Equestrian team preps to compete

Each day at the barn is always filled with something to do, whether it’s working on the horse’s abilities or the rider’s. The Newbury Park equestrian team constantly prepares to participate in competitions as a team and individually.

Megan Vlietstra and Chloe Staiano, sophomores, have been riding for as long as they can remember. Staiano even stated that she could ride “before (she) could walk.”

The equestrian team is split up into four “classes” or divisions; novice, freshmen, JV and varsity. The levels differ according to how high the horses are required to jump in competition.

“It’s very stressful. There’s usually a lot going on and it’s kind of chaotic, but most of the time, it’s a lot of waiting in between your classes and when you’re ready to go. That’s when the stress kicks in, and there’s a ton of people,” Staiano said about her competitions. The equestrian team travels to various locations, including the Los Angeles Equestrian Center, the Santa Barbara Equestrian Center and the Sylmar Hansen Dam Equestrian Center.

“We’re going to the Oaks early next year, and I’m really, really excited about that, because it’s a big horse show in San Juan Capistrano,” Vlietstra said.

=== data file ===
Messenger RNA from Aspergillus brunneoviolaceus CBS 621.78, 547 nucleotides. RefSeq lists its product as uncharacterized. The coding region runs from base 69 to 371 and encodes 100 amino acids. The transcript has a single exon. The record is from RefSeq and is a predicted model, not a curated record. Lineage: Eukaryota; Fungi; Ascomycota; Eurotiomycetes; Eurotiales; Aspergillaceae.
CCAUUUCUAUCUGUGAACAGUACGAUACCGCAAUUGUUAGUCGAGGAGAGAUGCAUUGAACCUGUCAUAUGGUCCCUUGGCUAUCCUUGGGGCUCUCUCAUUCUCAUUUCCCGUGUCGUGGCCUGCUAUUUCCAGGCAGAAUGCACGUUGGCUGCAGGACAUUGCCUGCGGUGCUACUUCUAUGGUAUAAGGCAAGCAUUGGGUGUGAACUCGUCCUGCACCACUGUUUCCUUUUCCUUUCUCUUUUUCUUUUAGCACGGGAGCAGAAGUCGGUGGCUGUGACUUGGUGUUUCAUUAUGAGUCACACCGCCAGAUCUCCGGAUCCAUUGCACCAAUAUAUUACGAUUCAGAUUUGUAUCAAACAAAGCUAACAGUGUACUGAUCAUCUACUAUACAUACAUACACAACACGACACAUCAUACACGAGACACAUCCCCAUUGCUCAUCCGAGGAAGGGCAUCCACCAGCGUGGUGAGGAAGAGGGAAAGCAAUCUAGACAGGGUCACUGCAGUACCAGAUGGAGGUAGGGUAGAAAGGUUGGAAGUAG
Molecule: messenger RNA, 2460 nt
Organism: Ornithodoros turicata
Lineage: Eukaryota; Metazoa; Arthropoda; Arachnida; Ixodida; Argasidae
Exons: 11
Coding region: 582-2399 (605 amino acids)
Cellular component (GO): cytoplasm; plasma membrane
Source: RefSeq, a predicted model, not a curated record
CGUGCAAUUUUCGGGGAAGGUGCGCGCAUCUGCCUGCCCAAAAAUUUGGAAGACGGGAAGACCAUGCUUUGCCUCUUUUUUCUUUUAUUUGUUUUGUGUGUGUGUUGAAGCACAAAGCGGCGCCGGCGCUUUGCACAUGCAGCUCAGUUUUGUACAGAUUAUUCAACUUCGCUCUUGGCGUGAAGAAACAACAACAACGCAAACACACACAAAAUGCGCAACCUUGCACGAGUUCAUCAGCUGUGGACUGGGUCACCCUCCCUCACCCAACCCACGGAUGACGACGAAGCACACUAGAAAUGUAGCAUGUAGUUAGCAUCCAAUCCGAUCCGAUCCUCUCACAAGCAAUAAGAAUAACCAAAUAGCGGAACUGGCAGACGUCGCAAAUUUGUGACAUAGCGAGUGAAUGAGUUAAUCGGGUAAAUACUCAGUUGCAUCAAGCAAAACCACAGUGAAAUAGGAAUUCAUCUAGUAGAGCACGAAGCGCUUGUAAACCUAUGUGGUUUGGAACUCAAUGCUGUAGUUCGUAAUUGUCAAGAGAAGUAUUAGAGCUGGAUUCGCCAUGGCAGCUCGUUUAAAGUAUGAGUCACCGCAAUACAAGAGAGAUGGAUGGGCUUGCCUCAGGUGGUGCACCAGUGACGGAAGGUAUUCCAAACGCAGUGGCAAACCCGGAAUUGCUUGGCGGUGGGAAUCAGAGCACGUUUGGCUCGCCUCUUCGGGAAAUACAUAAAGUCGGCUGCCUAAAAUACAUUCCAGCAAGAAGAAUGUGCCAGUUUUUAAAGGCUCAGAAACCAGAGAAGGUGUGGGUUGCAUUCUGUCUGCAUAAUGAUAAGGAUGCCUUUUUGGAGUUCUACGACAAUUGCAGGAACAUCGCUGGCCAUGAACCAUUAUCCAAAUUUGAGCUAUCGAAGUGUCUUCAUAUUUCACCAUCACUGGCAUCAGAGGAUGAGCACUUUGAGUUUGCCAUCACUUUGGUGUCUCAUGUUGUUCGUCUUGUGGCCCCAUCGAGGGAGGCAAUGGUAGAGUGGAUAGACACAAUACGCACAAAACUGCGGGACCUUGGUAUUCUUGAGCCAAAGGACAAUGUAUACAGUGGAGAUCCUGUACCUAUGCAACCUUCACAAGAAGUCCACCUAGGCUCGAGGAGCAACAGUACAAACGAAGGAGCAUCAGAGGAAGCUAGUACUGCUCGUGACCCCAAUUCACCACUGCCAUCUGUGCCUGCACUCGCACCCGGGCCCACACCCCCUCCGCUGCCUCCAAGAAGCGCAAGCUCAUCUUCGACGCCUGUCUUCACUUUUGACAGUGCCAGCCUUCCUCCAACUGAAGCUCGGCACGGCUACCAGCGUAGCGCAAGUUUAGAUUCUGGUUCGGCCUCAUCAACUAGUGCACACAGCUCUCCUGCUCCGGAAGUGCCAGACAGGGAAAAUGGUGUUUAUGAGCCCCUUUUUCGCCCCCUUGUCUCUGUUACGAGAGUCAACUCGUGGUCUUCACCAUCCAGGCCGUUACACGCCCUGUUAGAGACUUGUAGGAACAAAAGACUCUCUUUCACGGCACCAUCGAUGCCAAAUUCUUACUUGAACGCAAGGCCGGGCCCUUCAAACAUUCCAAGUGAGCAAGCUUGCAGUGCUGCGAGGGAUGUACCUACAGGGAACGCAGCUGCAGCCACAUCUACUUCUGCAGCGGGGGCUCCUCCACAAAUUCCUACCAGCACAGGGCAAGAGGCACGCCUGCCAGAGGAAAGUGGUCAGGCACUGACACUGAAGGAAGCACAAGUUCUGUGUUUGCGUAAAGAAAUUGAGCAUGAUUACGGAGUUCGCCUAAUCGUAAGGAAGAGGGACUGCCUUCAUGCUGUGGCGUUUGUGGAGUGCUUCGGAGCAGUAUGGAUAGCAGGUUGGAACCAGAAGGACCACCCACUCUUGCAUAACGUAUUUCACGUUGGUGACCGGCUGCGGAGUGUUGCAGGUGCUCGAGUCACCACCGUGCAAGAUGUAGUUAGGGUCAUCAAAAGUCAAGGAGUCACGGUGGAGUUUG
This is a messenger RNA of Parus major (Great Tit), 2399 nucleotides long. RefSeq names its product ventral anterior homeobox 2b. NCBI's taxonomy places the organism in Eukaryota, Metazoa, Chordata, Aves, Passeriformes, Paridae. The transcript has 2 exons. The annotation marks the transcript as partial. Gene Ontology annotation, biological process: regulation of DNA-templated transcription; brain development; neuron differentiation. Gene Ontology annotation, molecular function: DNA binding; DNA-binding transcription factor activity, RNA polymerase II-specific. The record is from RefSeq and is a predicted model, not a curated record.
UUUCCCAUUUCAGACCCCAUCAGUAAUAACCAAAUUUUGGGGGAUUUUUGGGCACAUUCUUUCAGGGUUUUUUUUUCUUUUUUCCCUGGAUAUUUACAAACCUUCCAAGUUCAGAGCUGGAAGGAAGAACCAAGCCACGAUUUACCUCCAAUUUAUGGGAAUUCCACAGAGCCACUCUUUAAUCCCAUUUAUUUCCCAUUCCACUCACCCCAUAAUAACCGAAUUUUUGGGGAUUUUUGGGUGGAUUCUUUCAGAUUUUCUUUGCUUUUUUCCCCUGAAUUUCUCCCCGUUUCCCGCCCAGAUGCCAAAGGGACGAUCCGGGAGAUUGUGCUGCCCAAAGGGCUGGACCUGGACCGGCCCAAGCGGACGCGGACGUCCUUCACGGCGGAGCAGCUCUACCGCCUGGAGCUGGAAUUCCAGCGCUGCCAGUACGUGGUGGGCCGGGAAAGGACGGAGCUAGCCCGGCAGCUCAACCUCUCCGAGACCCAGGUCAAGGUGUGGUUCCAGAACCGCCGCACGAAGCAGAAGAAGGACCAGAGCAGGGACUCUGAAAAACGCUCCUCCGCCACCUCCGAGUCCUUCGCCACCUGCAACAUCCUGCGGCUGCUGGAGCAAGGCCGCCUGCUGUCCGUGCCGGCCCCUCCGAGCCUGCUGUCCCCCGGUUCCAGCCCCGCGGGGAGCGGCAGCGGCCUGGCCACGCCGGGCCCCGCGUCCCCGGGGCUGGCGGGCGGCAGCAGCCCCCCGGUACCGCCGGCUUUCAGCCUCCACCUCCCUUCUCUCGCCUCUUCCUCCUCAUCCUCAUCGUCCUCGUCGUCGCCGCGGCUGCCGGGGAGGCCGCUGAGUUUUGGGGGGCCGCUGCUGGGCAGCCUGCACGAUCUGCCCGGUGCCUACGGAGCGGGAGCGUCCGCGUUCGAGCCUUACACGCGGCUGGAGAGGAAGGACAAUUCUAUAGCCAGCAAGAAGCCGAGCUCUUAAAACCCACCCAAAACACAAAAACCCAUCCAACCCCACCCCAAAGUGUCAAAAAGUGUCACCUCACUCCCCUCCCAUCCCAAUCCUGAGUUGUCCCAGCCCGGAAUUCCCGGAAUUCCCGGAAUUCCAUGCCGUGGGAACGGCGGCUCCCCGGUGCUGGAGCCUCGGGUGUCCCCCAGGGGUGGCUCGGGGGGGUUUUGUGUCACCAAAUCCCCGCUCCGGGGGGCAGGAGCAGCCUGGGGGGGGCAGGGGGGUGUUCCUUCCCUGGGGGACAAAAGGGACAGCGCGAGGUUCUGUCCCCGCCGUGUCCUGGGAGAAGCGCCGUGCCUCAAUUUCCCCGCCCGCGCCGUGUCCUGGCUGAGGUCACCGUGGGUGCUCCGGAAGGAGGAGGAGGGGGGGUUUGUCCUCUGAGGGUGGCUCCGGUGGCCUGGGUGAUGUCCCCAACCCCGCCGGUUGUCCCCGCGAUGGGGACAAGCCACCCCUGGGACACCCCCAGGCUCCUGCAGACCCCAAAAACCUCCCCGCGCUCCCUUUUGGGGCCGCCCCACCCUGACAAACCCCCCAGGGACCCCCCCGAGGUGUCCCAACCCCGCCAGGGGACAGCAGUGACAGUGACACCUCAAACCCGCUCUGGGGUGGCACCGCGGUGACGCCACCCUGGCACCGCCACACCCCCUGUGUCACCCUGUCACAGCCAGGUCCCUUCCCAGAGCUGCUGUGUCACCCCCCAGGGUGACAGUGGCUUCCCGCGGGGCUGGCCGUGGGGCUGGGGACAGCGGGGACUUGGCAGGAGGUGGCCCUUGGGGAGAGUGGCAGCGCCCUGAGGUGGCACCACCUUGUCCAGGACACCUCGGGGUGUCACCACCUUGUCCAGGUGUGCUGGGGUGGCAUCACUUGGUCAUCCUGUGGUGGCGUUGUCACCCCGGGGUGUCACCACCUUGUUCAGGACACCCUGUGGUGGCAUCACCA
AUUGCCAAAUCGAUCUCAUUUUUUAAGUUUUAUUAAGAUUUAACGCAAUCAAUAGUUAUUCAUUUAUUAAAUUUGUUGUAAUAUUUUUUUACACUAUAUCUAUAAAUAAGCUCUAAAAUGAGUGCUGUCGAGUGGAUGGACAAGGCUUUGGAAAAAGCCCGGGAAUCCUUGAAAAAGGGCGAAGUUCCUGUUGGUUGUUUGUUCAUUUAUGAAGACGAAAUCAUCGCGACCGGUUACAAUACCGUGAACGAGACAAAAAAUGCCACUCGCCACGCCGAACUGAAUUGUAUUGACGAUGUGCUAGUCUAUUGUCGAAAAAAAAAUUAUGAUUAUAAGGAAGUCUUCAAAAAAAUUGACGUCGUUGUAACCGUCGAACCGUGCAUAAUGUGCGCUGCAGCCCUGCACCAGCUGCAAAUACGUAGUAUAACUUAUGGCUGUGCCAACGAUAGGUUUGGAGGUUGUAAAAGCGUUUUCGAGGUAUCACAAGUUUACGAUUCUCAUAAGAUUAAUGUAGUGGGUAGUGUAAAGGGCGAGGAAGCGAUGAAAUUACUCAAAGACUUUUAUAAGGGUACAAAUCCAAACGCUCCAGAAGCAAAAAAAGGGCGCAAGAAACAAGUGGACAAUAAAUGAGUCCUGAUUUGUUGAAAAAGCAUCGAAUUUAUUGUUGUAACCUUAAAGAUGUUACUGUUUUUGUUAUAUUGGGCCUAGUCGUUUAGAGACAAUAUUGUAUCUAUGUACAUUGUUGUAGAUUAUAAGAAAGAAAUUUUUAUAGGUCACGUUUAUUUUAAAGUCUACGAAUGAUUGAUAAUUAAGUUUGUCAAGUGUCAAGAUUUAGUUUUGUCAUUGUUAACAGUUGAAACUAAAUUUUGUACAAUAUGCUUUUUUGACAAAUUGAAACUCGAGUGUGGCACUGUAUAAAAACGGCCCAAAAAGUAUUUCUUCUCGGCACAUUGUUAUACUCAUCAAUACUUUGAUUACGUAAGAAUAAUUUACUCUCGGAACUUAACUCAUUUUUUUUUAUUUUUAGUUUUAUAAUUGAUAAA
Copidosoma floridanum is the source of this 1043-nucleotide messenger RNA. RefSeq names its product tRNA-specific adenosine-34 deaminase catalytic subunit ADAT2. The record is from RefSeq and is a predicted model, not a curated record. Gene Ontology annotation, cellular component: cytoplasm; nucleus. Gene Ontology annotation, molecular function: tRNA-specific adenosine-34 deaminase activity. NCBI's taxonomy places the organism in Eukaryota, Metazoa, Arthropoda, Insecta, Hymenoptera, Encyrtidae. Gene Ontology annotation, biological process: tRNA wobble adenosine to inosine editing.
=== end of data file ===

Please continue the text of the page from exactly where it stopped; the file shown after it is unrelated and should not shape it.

Megan Vliestra, sophomore, poses for a photo with her horse, Rhett, during practice. Megan Vliestra/With Permission

Megan Vliestra, sophomore, poses for a photo with her horse, Rhett, during practice. Megan Vliestra/With Permission

In addition to traveling and participating in the Interscholastic Equestrian League, or IEL, some riders take part in competitions at their barn.

“I just went to Santa Barbara with them, and then I show against some of the kids in my barn because some of us have the same classes, but I go to a lot of outside shows too,” junior Klarissa Barley, president of the equestrian team, said. Each year, the riders watch their skills grow as they score high in their competitions.

“The new show season is going to start so that’s going to be really fun, and I’m definitely starting to rack up more points with the IEL, or the equestrian team this year,” Barley said. “I think we have a really strong team this year and I think we’re more of a team this year. Everybody on there is a really good rider so I think we should be doing well.”

Their schedule is also jam-packed with working on different aspects of horseback riding, which is what makes equestrian team a core part of the riders’ daily lives. Their schedules range from three times a week, to every day, which requires multiple trainers.

While training, the horseback riders work on the horse’s ability to jump, the rider’s ability to control their horse, and dressage, which tests a horse’s obedience, strength, flexibility and balance. “I have one main trainer but there’s two at the barn,” Vlietstra said. “One is a dressage, one is jumping (trainer), and I go with the jumping one, but then every now and then I’ll go with the dressage trainer.”

The equestrian team members not only train their horses, but themselves as well. It is important to be “aware of everything that’s around you, because the horse can see stuff that you’re not aware of and it’s a lot scarier to them,” Barley said. A big part of riding is also recognizing “that sometimes it’s not the horse’s mistake. Sometimes it’s yours.”

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